Rep. Justin Jones. AP photo: George Walker IV

Good Friday is a good day to think about fairness and justice, since our Lord Jesus Christ enjoyed neither at human hands. The gospels don’t provide journalistic clarity about what happened. But crucifixion was Roman state terrorism. Our safest conclusion is that Rome’s governor, Pontius Pilate, ordered him killed as an insurrectionist, and Jerusalem’s religious authorities went along.

Religious rivalry later in the first century influenced gospel accounts that put it squarely on temple authorities, begetting centuries of Christian anti-semitism. Without clarity, and without fairness and due process, that’s what people and institutions do — shift the blame around when it suits them.

What a blessing when the same rules apply to everyone. If Gabriel has to go to traffic school, then he probably committed a moving violation. It won’t be because of his party membership or position on marriage equity. It can get harder when there’s prosecutorial discretion. Ideally, it shouldn’t. Some are critical of the Trump indictment. Yet the Manhattan DA’s bread and butter is accounting and tax fraud cases like Trump’s. Is it a witch hunt because you like your tax cuts or the the cut of his jib? Or do you think the DA should have deferred to the weightier investigations in Georgia and Washington? These aren’t pertinent questions. They’re political ones. If the dude cooked the books, he should be held accountable. I would be, and so would you.

Closer to home in Los Angeles, I join in the tributes to Mark Ridley-Thomas for decades of devoted service to our community. Yet his recent corruption conviction seems sound. My former boss Richard Nixon’s reputation may improve with age. But the verdict of history is rendered in a different courtroom than the one available to most of us. Mr. Nixon didn’t deserve to get off the hook personally for Watergate crimes just because he went to China. Good Friday also casts a shadow on any who minimized Jan. 6, 2021’s violence because they were sympathetic to the protestors. Setting aside due process to achieve a political purpose is what put our Lord on the Via Dolorosa.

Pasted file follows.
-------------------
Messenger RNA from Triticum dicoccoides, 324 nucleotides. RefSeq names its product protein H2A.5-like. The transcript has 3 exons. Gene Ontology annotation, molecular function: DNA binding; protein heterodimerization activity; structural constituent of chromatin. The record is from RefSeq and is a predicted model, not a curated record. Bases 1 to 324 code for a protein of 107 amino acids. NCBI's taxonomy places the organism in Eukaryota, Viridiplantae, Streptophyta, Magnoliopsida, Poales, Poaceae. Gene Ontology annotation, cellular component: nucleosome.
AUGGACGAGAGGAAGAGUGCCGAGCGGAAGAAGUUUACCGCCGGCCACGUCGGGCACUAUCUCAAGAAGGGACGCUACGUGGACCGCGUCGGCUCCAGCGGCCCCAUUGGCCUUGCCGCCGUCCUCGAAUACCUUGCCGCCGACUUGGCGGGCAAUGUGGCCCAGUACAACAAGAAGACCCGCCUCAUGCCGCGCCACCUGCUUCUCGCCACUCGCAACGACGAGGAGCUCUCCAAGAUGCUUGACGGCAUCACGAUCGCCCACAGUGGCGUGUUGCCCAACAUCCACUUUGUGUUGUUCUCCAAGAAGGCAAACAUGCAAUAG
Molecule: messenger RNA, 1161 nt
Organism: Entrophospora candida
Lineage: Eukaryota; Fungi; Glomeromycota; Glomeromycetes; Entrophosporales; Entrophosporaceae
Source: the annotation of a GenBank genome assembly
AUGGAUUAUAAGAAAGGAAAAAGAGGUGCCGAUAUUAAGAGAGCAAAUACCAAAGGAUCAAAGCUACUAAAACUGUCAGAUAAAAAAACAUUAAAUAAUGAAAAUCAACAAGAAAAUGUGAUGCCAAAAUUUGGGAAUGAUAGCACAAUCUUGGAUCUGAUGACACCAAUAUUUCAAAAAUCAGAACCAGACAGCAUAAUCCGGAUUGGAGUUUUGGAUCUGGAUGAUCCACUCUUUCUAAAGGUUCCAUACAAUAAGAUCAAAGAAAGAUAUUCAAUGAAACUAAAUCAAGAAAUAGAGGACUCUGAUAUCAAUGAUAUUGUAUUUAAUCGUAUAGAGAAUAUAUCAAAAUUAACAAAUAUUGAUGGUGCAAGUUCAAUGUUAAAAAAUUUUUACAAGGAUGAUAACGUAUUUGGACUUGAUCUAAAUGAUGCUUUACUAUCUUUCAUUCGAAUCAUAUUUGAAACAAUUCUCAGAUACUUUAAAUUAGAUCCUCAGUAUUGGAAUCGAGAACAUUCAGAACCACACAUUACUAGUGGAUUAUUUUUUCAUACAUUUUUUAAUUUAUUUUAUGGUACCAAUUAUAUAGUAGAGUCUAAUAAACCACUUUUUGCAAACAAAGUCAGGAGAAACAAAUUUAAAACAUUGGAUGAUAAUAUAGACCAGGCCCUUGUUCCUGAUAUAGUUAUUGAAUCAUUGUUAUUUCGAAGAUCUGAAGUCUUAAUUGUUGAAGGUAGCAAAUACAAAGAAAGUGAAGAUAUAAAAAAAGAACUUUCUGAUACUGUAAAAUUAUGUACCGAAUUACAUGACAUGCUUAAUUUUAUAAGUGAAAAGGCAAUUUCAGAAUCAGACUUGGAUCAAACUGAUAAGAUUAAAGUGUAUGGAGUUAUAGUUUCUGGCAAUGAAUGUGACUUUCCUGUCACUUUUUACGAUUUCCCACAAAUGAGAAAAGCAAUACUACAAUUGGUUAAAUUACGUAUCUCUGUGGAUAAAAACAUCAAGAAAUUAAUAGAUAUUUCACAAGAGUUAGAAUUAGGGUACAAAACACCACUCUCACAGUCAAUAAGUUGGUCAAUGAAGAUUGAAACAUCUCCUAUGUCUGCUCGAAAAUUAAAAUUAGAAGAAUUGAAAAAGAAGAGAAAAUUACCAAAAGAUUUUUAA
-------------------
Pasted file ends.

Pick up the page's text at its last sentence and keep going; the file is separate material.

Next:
The recklessness of raw political power was on display this week when two Tennessee state House members of African descent, Reps. Justin Jones and Justin Pearson, lost their seats for participating in an anti-gun violence demonstration on the House floor. Passions are high in Nashville because of the Covenant School massacre. Along with a white colleague who retains her seat, the two Justins probably knew they were violating House rules. Legislators lose seniority or committee assignments in such cases. When Republicans expelled them, besides inviting speculation about racism, they spat in the eyes of Reps. Jones and Pearson’s constituents in Nashville and Memphis.

The expulsions were grossly disproportionate and, I suspect, deeply hypocritical. I would like to know what every member who voted to take their seats away has said about Trump’s sedition and Jan. 6 coup attempt. If their commitment to capitol decorum is strictly nonpartisan, they are a rare bunch of politicians. By the same token, can you imagine someone who would jail Trump on the tax beef and go easy on Ridley-Thomas? Or vice versa? Of course you can. Maybe you are that someone. Maybe I am. And we’d be entitled. We’re political animals who get to act out our hope, fear, and anger when we vote. But when someone’s freedom is at stake, the system has to be one size fits all and blind to power and privilege.

It should be true everywhere, for everyone. With fellow Episcopal Diocese of Los Angeles pilgrims, I was in Israel two weeks ago when its citizens put millions of feet down in opposition to the right-wing government’s plan to put the country’s courts under the thumb of the moral equivalent of the Tennessee House, aka the Knesset.

Would that they would take to the streets on behalf of disenfranchised Palestinians in the occupied territories. Meanwhile, may they be an inspiration to all of us. To avoid people ever being subject to the same kind of political whim and fiat that killed Jesus, we have to struggle with religious intensity for legal due process and fairness — and sometimes accept it when someone we respect or love is held appropriately accountable for doing that which they ought not have done.